Solarwinds Backdoor Hack into Dominion Voting Machines

Solarwinds Backdoor Hack into Dominion Voting Machines
Image credit to Wikimedia Commons. Image modified from original.



Last week, a CISA emergency directive called on all federal civilian agencies to review and power down or disconnect all SolarWinds Orion Products.

According to experts on the Internet, a certain version of SolarWinds contained a backdoor since March of 2020.

On December 13, several news outlets, including Reuters, The Washington Post, and The Wall Street Journal, reported that multiple U.S. government agencies were the victims of a significant breach reportedly linked to hackers associated with a nation-state. Additional reporting has since confirmed a direct connection between this breach and last week’s cybersecurity firm FireEye breach.

According to a tweet from Dustin Volz, a reporter for The Wall Street Journal, the source of the breach was “a flaw in IT firm SolarWinds.”

The backdoor has been available since March after the June versions of SolarWinds were rolled out.

The backdoor resides in a dynamic-link library (DLL) file name SolarWinds.Orion.Core.BusinessLayer.dll. The file was digitally signed by SolarWinds with a valid certificate on March 24, meaning it would be trusted by the underlying operating system and would not raise any alarms.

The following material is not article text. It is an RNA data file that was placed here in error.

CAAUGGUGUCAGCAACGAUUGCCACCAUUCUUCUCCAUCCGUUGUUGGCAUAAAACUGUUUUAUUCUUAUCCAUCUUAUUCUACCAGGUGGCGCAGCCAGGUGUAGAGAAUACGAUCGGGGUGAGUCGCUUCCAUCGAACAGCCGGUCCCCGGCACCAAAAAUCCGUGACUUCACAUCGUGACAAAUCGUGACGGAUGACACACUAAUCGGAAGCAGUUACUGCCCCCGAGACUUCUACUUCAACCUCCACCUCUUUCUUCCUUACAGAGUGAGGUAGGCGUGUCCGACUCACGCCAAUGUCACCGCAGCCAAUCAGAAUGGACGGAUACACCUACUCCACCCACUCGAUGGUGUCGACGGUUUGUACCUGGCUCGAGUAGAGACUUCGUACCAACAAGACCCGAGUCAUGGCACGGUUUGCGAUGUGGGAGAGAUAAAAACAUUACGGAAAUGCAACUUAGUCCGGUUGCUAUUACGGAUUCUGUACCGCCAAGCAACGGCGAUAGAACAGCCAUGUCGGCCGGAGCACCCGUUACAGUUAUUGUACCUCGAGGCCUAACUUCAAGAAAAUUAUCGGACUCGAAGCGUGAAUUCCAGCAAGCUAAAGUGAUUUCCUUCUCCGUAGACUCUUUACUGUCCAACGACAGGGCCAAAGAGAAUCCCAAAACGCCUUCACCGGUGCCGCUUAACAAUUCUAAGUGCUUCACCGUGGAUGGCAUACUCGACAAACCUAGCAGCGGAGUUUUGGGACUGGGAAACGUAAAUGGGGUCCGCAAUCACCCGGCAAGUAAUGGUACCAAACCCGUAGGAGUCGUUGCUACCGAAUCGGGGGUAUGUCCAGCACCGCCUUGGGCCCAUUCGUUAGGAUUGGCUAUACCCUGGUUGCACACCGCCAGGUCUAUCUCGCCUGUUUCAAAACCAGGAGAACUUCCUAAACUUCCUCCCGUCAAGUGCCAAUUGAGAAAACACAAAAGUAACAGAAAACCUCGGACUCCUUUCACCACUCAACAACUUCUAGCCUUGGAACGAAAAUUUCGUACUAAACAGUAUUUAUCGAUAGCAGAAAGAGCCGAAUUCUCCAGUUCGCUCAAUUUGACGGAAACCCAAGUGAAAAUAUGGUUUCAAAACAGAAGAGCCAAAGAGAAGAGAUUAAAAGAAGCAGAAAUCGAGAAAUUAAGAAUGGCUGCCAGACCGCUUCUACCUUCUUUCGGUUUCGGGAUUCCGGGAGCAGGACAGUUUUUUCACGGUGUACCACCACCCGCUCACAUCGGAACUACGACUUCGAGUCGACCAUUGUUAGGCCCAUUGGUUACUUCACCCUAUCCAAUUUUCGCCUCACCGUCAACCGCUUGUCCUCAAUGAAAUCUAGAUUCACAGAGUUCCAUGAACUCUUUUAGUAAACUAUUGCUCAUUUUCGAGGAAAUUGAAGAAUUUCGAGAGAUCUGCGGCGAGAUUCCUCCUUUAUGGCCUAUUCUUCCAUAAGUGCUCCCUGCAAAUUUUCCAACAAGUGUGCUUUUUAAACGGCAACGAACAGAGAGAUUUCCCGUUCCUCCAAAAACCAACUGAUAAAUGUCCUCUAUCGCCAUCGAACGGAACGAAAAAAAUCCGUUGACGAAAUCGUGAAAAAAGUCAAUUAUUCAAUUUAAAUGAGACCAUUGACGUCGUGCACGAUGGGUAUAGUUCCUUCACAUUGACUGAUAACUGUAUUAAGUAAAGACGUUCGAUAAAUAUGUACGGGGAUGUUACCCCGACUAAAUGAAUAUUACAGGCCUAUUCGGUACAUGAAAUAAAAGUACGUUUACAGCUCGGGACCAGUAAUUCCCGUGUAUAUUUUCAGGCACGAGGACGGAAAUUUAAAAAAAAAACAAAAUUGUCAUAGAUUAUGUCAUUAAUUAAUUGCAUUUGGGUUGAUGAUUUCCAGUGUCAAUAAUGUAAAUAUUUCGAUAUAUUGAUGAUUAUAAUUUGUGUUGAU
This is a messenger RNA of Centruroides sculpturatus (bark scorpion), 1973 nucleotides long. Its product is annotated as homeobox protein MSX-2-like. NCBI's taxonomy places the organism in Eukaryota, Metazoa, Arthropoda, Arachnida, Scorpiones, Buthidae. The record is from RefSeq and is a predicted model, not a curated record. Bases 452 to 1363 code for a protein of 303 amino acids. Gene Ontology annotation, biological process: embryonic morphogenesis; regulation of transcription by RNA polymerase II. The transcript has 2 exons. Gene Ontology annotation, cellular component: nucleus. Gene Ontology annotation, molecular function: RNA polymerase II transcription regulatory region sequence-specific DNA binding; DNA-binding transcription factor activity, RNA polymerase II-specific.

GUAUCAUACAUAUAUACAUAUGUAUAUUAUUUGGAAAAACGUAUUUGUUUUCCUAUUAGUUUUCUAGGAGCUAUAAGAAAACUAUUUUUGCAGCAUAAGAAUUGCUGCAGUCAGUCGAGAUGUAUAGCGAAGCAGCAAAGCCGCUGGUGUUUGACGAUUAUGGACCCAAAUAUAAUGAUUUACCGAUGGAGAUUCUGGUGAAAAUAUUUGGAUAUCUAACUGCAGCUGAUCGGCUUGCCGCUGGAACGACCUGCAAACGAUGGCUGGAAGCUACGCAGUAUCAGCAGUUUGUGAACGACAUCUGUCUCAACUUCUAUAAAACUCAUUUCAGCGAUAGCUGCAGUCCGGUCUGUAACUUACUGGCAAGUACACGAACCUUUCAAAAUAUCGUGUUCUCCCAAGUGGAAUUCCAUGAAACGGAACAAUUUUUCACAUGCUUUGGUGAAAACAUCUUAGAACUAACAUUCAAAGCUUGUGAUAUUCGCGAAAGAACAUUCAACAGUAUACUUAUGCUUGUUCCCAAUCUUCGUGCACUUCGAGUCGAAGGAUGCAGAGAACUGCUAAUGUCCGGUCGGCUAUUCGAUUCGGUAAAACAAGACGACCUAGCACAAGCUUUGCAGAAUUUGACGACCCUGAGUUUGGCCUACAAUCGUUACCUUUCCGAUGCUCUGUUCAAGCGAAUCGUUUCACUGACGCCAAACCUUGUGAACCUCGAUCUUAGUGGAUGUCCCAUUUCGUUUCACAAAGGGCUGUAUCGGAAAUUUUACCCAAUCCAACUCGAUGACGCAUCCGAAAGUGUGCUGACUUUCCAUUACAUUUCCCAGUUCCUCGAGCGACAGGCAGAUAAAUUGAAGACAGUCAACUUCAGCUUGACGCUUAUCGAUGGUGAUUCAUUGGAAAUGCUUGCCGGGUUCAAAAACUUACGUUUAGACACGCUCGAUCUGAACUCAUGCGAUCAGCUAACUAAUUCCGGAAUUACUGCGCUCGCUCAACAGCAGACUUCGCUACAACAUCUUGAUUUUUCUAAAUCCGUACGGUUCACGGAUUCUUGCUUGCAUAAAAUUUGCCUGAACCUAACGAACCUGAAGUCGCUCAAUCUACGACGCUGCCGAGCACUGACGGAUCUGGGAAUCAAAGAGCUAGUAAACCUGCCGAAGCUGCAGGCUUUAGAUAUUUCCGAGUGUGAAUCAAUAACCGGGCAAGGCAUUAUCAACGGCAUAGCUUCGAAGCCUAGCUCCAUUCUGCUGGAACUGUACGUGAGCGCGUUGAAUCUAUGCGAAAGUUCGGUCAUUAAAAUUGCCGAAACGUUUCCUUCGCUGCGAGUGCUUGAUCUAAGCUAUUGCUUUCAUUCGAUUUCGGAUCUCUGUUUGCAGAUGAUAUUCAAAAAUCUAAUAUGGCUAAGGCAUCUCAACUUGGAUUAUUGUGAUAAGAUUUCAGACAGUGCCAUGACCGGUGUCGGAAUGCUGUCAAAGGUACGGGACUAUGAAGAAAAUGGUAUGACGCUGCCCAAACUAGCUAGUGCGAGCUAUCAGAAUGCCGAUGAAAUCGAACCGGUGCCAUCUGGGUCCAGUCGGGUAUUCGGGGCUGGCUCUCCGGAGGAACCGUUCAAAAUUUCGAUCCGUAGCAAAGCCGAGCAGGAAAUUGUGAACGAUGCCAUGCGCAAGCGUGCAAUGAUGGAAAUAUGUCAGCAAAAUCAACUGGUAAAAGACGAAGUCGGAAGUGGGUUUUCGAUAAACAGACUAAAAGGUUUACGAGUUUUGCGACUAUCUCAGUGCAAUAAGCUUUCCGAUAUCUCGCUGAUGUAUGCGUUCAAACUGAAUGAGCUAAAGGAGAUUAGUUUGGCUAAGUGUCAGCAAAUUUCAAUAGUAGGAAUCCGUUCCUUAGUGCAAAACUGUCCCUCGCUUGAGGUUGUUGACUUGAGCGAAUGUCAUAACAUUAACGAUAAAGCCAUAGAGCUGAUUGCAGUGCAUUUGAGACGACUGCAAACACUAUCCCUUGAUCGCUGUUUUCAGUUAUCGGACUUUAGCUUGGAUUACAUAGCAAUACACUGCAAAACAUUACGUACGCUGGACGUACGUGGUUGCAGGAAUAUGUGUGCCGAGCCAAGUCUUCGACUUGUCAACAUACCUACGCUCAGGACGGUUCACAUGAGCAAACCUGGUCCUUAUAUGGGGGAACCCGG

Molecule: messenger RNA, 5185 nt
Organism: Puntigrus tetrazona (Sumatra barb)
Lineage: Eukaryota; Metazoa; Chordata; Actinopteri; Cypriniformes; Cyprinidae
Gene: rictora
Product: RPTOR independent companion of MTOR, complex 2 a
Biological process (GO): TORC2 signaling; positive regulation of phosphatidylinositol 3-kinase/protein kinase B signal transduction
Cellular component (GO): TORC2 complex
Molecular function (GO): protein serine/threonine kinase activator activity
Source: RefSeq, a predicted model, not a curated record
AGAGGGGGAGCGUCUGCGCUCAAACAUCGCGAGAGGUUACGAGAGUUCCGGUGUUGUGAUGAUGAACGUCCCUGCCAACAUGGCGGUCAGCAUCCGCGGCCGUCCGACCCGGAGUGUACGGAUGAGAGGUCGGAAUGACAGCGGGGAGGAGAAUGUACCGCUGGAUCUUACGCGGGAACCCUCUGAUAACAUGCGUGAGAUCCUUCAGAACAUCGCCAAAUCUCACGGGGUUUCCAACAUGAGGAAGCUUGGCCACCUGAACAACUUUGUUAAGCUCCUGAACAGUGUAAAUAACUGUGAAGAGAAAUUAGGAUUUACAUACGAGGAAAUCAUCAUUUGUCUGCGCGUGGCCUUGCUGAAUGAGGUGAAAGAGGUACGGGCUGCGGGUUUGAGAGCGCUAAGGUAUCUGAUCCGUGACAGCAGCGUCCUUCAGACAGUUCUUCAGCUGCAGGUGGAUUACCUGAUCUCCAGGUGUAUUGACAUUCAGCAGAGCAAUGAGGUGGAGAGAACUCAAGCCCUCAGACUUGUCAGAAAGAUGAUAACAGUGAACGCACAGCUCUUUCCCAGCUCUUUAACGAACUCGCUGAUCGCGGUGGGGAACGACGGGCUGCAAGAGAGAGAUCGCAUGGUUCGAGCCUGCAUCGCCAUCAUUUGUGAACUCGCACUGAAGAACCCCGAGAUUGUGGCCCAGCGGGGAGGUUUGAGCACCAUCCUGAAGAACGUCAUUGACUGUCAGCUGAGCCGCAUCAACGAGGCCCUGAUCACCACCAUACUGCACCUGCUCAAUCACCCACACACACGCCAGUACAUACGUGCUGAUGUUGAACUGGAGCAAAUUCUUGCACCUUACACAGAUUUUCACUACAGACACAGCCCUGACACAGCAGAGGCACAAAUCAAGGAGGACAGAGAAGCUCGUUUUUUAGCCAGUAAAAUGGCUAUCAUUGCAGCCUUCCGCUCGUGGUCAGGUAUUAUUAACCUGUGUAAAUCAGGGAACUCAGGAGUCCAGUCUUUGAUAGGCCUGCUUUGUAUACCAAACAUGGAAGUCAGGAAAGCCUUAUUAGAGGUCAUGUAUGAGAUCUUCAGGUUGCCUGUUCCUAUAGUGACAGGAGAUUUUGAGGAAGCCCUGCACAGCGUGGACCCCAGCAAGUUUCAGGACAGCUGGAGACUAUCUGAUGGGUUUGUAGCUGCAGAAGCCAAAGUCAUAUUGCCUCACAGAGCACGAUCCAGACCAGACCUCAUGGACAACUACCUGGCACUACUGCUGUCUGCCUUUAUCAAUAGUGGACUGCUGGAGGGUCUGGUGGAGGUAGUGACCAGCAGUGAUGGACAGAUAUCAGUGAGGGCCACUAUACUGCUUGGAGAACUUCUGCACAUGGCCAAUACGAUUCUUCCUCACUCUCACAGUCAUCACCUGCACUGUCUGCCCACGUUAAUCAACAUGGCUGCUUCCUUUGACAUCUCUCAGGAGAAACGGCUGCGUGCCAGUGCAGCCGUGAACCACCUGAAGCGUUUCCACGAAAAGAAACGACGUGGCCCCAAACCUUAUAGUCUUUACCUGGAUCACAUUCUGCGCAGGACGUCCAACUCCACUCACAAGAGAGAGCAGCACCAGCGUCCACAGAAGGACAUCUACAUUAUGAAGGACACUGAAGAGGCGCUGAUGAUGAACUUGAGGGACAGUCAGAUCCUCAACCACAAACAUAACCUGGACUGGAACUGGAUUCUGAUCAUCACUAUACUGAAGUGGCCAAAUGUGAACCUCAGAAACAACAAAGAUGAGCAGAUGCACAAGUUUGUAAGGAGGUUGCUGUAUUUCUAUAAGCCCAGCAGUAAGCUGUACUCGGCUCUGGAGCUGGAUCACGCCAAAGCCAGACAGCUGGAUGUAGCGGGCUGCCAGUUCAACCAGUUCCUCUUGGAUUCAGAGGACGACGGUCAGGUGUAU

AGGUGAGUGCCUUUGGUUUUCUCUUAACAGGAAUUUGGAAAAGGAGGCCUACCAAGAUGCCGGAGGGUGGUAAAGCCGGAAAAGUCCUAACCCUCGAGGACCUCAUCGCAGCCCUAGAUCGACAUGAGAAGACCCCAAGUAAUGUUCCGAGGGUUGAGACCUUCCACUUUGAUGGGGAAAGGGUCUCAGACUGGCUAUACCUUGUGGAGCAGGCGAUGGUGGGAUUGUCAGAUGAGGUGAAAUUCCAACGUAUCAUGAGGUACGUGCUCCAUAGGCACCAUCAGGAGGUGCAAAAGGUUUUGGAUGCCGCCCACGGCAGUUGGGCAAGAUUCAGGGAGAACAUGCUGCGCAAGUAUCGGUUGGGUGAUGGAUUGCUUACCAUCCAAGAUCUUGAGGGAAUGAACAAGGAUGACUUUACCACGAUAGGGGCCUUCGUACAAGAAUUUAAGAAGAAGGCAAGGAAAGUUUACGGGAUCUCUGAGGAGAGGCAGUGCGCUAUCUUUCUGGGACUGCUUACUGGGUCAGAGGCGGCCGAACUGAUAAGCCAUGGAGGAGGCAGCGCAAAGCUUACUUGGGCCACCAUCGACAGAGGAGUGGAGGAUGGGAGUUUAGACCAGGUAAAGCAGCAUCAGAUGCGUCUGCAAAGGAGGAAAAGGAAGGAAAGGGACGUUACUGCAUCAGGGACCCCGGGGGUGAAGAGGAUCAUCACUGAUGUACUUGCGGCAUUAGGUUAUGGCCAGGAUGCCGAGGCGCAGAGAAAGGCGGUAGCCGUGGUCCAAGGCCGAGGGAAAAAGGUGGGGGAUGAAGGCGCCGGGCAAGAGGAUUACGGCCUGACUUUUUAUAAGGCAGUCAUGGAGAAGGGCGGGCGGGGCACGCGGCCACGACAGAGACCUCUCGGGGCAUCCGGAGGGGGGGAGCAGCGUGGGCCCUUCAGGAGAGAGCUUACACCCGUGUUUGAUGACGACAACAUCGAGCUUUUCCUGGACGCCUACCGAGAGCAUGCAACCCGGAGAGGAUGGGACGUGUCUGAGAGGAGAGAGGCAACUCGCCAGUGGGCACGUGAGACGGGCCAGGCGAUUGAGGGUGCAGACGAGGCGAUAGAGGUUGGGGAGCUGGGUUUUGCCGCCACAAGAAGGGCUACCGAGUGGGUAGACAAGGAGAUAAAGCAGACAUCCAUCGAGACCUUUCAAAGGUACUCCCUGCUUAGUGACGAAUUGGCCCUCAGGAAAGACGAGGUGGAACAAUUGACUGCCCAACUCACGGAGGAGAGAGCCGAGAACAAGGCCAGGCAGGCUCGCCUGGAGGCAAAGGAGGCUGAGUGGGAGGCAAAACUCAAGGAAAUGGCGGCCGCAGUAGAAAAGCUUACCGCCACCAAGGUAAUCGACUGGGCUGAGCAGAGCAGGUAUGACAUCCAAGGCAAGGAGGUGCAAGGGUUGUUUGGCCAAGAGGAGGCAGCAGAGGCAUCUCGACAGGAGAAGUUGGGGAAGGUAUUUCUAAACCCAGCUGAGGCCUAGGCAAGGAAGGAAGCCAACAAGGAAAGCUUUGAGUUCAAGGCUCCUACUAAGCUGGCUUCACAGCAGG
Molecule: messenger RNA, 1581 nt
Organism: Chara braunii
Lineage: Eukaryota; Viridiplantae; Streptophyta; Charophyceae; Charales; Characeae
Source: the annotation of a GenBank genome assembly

The backdoored DLL file was seeded as part of SolarWinds software builds between March and June 2020, accessible via the SolarWinds website. Once an organization installed the malicious software update, the backdoored DLL file would remain in hibernation for a period of two weeks before beginning its operation. This is one of the stealthy elements of this operation. FireEye says in its blog post that the backdoor also managed to “blend in with legitimate SolarWinds activity” to evade detection.

At that point, SolarWinds filed a report with the SEC where they mentioned that 18,000 customers had the backdoor problem.

On December 14, SolarWinds filed a Form 8-K with the U.S. Securities and Exchange Commission that sheds light on this incident’s potential impact. In the 8-K, SolarWinds says it believes the number of customers with an active installation of Orion products containing this backdoor is “fewer than 18,000.”

According to the Microsoft TAR and the FireEye blog post, a “highly sophisticated” adversary managed to breach the supply chain of SolarWinds, a company that develops IT infrastructure management software, resulting in malicious code placement inside of the company’s Orion Platform software builds.



The question here that begs to be asked is, did SolarWinds and Dominion know of the breach, and were they secretly working with the “foreign adversary” to ensure that the backdoor remained open in the 2020 election?